With enjoyably dated stop-motion special effects, Cohen and his pals evidently had great fun creating a gory spoof of the classic city-stomping monster movies of the ‘50s. The Big Apple is terrorised by Quetzalcoatl, a vast winged Aztec God that decides to make its nest at the top of the Chrysler Building.


An original movie poster for the film Q The Winged Serpent


Part of the joke is how a creature of that size can go unnoticed for so long in one of the world’s busiest cities, preying on oblivious pedestrians and workmen from its lofty perch. The movie also benefits from an eccentric performance from Michael Moriarty as a small-time crook who can help the cops track down the beast… if they cut him a deal. Moriarty would also work wonders with his loose freeform style in The Stuff a few years later, Cohen’s consumer satire-meets-melt movie.

R is for… REPO MAN

Some movies nail a specific attitude so well that they become their own self-contained universes, and that can definitely be said for Alex Cox’s Repo Man. Emilio Estevez stars as an aimless angry teen who falls in with Harry Dean Stanton’s cynical repo man, on the trail of a classic car containing the deadly remains of aliens.


An original movie poster for the film Repo-Man


Set in the dead-end hinterlands of Los Angeles, Repo Man matches Reagan-era teen disenfranchisement with ‘50s UFO paranoia, blunt satire, and off-kilter dialogue (“Plate of shrimp!”). Add to this a wall-to-wall soundtrack including Iggy Pop, Black Flag, the Plugz, and the Circle Jerks, and you’ve got yourself a bona fide refugee from the tail end of punk’s glory days. Cox went on to direct Sid and Nancy with Gary Oldman as Sid Vicious, but even that didn’t catch the vibe as well as Repo Man. In the ‘80s, only perhaps Return of the Living Dead matched it for nihilistic eat-shit-and-die attitude.


The dominance of horror movies in the ‘80s also saw the rise of the Scream Queen, from Jamie Lee Curtis (the Halloween series) to Heather Langenkamp (A Nightmare on Elm Street), via Felicia Rose’s haunting performance in Sleepaway Camp. For many cult aficionados, however, the holy trinity are Barbara Crampton, Linnea Quigley, and Kelli Maroney.


Cinematic Scream


As Wes Craven’s Scream pointed out, ‘80s horror movies often meant gratuitous nudity and not many did it better than Crampton, who had an excellent set of lungs befitting her royal status as a top screamer and a game-for-anything attitude. Two of her most notable roles came in Stuart Gordon’s gloopy H.P. Lovecraft adaptations, Re-Animator and From Beyond, also starring cult icon Jeffrey Combs. Perhaps her most eye-opening scene was her character receiving unwanted cunnilingus from a severed head in the former movie. The trio would complete a Lovecraft trilogy of sorts with Castle Freak in the ‘90s.

Quigley didn’t have such notable roles but the indelible impression she made as a death-obsessed punk called Trash in Return of the Living Dead was enough to earn her Scream Queen status on its own, before going on to low-grade junk like Sorority Babes in Slimetown and Hollywood Chainsaw Hookers.

Of the three, Maroney stood apart with her far more wholesome appearance, usually playing a nerdy outsider. She was also the best actor of the three, a real winning presence in Night of the Comet and teaming up with Crampton to almost save the mediocre killer robot flick Chopping Mall. She would later join forces with Quigley for a piece of fan-service schlock called Scream Queen Hot Tub Party.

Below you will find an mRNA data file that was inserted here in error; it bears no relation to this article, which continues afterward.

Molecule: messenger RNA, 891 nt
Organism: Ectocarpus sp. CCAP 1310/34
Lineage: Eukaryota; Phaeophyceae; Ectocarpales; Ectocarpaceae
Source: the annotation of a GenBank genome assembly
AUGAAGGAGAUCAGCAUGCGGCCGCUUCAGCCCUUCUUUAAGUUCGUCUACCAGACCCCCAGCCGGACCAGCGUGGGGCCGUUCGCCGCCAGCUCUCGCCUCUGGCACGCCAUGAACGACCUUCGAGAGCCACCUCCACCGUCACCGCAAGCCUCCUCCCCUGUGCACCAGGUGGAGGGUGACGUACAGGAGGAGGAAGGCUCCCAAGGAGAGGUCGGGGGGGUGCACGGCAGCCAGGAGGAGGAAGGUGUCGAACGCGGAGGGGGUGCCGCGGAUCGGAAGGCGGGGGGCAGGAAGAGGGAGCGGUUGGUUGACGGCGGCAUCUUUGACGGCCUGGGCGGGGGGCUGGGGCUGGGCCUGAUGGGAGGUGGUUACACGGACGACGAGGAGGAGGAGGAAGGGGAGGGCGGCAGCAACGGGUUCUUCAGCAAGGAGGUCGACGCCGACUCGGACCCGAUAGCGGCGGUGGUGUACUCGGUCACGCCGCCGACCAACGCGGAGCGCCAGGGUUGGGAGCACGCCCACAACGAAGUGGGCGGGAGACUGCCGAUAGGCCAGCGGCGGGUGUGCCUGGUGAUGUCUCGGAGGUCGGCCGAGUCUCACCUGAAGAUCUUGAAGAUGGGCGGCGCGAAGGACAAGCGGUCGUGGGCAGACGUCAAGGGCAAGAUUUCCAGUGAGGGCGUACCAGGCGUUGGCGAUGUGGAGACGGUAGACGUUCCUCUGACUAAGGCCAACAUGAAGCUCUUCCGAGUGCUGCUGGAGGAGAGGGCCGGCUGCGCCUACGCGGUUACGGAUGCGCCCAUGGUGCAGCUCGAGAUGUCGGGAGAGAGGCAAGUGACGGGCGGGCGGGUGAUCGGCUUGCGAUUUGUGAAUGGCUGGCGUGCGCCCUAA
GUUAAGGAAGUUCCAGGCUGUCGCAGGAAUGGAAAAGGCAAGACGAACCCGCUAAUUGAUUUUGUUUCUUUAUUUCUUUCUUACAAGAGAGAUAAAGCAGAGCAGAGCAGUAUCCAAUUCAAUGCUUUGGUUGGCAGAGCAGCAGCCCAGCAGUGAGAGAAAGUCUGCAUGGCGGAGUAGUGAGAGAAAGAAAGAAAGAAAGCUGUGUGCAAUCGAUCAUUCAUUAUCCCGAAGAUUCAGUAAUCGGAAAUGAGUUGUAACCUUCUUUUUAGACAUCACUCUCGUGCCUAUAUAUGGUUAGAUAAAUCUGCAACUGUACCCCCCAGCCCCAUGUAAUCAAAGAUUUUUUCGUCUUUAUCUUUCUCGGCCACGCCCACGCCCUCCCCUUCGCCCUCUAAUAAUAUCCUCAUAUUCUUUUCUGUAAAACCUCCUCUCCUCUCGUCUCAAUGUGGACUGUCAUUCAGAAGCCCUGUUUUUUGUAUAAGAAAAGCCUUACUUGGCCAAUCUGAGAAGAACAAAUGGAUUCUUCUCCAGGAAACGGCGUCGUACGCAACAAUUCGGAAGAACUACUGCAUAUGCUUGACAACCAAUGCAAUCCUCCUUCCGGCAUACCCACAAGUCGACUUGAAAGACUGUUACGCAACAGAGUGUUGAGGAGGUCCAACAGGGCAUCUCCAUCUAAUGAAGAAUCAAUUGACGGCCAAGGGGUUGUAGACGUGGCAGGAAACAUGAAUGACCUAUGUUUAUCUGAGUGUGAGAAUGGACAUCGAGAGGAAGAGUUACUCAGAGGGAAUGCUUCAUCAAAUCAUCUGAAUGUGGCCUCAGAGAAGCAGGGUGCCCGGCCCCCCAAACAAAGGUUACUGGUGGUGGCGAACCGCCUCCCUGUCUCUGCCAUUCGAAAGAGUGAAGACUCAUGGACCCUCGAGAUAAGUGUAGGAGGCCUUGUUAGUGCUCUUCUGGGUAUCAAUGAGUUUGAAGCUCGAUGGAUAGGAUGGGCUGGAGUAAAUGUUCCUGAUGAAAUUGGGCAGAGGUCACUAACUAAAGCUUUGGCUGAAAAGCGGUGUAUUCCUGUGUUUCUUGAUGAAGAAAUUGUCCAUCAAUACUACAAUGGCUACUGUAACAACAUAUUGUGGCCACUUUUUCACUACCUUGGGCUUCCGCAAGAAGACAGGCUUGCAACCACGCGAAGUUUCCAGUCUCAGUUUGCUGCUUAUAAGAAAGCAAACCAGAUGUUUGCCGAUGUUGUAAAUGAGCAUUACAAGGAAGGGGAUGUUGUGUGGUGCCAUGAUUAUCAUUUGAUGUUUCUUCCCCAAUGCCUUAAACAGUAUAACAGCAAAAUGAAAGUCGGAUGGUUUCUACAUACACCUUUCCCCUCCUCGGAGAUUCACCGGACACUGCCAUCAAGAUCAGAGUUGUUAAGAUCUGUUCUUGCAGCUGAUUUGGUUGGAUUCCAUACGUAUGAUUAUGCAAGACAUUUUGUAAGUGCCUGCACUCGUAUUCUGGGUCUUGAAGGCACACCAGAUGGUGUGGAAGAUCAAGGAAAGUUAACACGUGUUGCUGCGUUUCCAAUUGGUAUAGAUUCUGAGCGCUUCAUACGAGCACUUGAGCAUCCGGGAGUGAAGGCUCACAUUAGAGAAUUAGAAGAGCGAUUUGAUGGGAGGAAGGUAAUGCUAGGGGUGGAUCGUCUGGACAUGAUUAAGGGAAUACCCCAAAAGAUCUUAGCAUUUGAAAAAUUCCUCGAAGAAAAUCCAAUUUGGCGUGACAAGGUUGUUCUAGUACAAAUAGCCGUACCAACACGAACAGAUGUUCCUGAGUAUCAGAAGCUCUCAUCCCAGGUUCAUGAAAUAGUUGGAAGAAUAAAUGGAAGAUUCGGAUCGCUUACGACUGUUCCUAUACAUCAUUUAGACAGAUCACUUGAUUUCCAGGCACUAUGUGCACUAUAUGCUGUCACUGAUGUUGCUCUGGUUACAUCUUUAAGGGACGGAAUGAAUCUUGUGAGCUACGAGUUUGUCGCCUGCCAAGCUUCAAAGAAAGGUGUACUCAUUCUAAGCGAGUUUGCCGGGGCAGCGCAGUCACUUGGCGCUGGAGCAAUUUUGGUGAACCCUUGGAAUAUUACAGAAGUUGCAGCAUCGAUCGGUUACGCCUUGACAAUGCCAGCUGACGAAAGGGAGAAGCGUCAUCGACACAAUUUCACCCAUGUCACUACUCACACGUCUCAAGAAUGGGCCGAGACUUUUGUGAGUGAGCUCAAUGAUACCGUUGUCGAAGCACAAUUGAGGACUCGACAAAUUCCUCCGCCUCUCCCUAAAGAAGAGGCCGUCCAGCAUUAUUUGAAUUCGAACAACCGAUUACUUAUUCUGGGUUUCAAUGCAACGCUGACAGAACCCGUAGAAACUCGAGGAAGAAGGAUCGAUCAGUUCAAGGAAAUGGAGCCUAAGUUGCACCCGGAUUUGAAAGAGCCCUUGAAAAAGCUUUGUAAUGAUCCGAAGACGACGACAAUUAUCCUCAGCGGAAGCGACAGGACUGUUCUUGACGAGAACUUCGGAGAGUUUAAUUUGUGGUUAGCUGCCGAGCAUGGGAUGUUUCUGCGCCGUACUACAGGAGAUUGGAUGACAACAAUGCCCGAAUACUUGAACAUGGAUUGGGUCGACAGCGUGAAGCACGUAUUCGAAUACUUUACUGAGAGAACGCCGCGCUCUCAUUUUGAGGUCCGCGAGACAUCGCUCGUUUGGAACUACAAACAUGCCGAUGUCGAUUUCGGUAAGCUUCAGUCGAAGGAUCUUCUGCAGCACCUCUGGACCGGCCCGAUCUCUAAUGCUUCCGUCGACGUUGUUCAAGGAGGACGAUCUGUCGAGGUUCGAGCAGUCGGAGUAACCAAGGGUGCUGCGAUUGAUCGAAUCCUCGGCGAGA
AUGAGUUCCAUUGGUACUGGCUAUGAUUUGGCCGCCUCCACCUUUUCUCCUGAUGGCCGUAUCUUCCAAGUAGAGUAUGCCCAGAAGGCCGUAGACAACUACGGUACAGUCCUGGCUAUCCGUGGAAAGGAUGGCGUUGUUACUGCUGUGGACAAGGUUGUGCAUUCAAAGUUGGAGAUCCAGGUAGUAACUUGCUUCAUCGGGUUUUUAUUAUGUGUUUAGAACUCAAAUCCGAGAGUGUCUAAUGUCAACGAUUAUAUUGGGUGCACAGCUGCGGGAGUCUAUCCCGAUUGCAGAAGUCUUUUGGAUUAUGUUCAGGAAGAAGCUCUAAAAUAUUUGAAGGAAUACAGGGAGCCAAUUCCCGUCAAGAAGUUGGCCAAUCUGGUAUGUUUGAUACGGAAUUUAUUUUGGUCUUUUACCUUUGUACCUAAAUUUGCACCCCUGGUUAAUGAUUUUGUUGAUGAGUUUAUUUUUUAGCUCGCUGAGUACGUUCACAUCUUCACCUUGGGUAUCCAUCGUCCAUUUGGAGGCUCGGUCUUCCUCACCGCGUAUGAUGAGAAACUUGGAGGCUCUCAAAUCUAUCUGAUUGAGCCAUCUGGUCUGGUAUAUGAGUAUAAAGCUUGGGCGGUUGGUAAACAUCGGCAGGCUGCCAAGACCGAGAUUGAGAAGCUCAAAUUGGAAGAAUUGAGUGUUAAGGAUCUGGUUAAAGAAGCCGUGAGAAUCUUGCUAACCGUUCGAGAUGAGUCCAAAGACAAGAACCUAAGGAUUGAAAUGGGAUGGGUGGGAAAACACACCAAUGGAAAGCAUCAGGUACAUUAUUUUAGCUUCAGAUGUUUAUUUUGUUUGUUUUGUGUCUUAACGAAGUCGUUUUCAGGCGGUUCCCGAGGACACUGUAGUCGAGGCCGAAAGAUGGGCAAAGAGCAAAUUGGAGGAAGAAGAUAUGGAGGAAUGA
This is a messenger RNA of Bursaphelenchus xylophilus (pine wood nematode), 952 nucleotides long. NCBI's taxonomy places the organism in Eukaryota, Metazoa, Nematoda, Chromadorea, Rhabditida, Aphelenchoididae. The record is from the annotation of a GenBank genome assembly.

Troma Studios, headed by cartoonish president Lloyd Kaufman, have been going since the ‘70s, churning out a steady stream of trash with gaudy titles that are often more entertaining than the films themselves. In all that time, they have produced one genuinely good movie, The Toxic Avenger.


An original movie poster for the film The Toxic Avenger


Mitch Cohen stars as a snivelling dweeb who is tormented by a gang of demented gym freaks and takes an unfortunate swan dive into a vat of toxic waste. He mutates into the hulking toxic avenger and sets about cleaning up the scum-ridden streets of Tromaville, NJ, working his way up to the seedy corrupt mayor.

The Toxic Avenger is puerile, gross, cynical, smutty, moronic, and ultra-violent; yet, if you have a high tolerance for trash, it is also a very strong piece of visual storytelling with a vibrant sense of its own identity. The film is improbably the best superhero movie made between Richard Donner’s Superman in 1978 and Tim Burton’s Batman in 1989, and Toxie has gone on to become the figurehead of the studio, starring in several sequels and spawning an unlikely cartoon series for kids. Thankfully the touted remake starring Arnold Schwarzenegger never came to pass.

U is for… UHF

There has been a lot of love for “Weird” Al Yankovich lately thanks to the endearingly goofy semi-biopic Weird with Daniel Radcliffe last year, so there has never been a better time to catch up with the back catalogue of one of the ‘80s most unlikely stars. The accordion-playing polka fanatic first rose to fame with a comedy record for The Dr. Demento Radio Show in the ‘70s when he was just 16. That was just a taster of what was to come; in the ‘80s, he broke into the charts with parody songs like “I Love Rocky Road” (a take on “I Love Rock and Roll”) before crashing the early MTV party with “Eat It,” riffing on the Michael Jackson hit “Beat It.”


An original movie poster for the film UHF


Yankovich’s success led to a movie deal, starring in UHF. The movie did not fare well at the box office and received poor reviews, which of course set it up to become a cult favourite among fans.

V is for… VAMPIRES